E-Commerce 2000: Dredging Up the Positive

The dot-com shakeout is not the big e-commerce news of 2000. It should surprise no one that a raft of new companies that pinned all their hopes on a flawed business model were doomed to fail. The headline of the year is this: “The People Bought E-Commerce.”

They like it. They really do.

In spite of the general downturn in the U.S. economy, a recent report from BizRate.com showed that shoppers spent more than US$6 billion online during the past holiday season, up 60 percent from last year.

If the brick-and-mortar sector could claim anything even close to that kind of growth spurt, investors would be turning cartwheels.

But once the media-analyst complex decides to go negative, there is no good news — only varying sizes of hailstones in an unremitting storm of fear, uncertainty and… drivel.

Breaking the Sisyphean Cycle

E-tailers couldn’t seem to do anything right last year — judging from the headlines — but a closer look reveals that many dot-commers learned important lessons and climbed to new heights in defiance of the spinmeisters.

Consumers were badly burned during the 1999 holiday season. After a lot of toddlers didn’t get their toys, it didn’t take genius thinking to recognize the critical importance of order fulfillment and customer service. But it’s one thing to see a problem, and quite another to eliminate it.

With huge investments matching enterprise-wide commitments, many companies did just that in 2000 — or they came admirably close.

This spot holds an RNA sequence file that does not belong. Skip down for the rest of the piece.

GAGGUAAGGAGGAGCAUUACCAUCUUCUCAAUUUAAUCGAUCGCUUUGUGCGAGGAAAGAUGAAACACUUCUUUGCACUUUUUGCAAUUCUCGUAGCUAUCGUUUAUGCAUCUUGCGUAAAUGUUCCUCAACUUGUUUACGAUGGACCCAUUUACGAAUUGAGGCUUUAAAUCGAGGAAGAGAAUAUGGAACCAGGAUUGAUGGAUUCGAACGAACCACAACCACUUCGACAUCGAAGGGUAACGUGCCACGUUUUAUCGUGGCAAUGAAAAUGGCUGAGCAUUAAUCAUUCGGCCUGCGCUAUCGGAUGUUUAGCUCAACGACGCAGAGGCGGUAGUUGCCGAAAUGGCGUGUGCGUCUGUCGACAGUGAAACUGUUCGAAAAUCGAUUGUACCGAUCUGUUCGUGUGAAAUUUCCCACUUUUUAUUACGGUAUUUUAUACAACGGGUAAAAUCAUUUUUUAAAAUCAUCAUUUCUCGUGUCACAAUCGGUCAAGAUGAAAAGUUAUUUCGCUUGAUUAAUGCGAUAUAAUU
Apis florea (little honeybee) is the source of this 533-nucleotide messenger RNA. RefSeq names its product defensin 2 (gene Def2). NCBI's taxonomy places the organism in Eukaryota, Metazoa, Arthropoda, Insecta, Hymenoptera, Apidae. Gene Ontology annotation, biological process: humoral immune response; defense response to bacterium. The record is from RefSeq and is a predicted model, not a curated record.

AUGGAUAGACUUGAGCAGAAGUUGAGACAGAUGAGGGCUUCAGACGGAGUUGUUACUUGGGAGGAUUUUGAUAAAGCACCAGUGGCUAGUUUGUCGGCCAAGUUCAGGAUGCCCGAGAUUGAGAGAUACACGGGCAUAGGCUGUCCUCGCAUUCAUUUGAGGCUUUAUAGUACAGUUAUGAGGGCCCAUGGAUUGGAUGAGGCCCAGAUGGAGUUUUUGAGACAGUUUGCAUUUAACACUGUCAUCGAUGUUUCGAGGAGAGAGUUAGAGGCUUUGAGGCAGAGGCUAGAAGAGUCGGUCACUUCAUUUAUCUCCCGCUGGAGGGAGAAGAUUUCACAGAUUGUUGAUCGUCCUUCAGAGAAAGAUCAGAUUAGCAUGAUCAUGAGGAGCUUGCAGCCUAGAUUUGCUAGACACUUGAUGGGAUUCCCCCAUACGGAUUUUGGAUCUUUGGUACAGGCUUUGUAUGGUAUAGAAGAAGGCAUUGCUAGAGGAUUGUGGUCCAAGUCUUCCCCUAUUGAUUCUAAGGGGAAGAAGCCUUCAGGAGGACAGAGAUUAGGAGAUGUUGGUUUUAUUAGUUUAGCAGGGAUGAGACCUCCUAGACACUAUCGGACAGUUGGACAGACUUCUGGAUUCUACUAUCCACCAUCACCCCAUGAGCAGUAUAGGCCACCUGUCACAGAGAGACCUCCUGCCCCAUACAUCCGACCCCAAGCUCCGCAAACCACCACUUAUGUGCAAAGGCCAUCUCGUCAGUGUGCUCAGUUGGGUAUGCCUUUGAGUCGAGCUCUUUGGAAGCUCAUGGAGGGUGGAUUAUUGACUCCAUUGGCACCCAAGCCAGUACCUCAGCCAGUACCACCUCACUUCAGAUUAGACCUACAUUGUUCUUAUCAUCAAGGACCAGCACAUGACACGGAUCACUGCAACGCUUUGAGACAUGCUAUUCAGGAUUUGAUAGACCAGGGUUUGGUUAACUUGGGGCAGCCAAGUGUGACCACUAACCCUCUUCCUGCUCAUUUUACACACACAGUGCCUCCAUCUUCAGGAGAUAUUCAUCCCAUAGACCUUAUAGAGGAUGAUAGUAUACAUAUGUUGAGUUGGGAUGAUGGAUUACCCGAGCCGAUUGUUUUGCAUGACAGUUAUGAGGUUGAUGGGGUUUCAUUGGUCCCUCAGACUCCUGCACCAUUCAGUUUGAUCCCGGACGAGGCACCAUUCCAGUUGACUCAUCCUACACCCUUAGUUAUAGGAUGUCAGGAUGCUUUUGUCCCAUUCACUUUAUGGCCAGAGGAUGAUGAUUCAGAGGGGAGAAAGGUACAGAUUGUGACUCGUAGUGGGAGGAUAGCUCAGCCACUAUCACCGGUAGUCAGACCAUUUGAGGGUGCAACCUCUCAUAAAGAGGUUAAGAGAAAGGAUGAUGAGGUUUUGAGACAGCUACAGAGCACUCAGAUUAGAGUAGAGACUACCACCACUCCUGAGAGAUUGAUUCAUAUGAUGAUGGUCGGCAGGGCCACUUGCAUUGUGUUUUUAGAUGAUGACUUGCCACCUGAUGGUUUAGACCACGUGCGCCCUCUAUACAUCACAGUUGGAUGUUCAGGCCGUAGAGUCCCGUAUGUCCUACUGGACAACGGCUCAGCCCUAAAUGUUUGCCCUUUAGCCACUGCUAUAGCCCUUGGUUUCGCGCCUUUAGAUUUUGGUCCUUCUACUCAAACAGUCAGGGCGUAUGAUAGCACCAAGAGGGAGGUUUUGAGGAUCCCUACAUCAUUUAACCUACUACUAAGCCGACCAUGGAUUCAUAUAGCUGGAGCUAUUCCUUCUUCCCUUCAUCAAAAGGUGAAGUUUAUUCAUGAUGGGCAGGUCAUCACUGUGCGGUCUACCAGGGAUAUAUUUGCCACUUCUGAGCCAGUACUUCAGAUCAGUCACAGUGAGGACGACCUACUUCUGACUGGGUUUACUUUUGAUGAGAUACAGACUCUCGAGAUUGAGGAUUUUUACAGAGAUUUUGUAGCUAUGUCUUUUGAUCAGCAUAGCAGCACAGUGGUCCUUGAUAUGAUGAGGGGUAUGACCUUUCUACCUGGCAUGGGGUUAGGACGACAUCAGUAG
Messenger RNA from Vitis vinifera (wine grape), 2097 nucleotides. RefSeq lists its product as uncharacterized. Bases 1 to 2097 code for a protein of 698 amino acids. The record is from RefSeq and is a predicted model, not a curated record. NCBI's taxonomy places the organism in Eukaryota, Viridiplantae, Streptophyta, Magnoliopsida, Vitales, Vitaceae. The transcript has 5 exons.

A study released by Andersen Consulting in mid-December gave shoppers using the Internet to order holiday gifts a 92 percent chance of getting on-time delivery, compared with the 75 percent likelihood reported in the firm’s 1999 study of holiday e-commerce fulfillment issues.

Robert Mann, an associate partner at Andersen Consulting, said the study suggests U.S. e-tailers learned from last year’s mistakes and developed methods to improve execution of their e-fulfillment and supply chain strategies.

For example, clothing retailer Nordstrom.com won the top customer experience ranking in a review of online apparel companies by Forrester Research. “Nordstrom’s top scores in features, delivery and returns put it over the top,” said Tom Rhinelander, senior analyst at Forrester.

Consumers Use Common Sense

Shoppers were willing to meet e-tailers at least halfway, too, by shopping earlier this year to avoid delivery problems.

“Cautious consumers started shopping earlier to ensure that gifts were delivered on time, while more experienced retailers encouraged early shopping so they could better manage the load,” PC Data Online analyst Cameron Meierhoefer said.

In a survey released by Goldman Sachs/PC Data Online, 40 percent of respondents said that their online shopping experience was better than in 1999, and only 5 percent said it was worse.

True, e-commerce companies that couldn’t manage to find the business structure, the plan or the money to give the people what they wanted ended up with their corporate faces in the dust, and rightly so. However, it is flawed logic to conclude that because a number of companies failed, the industry as a whole is crumbling.

Going for the Burn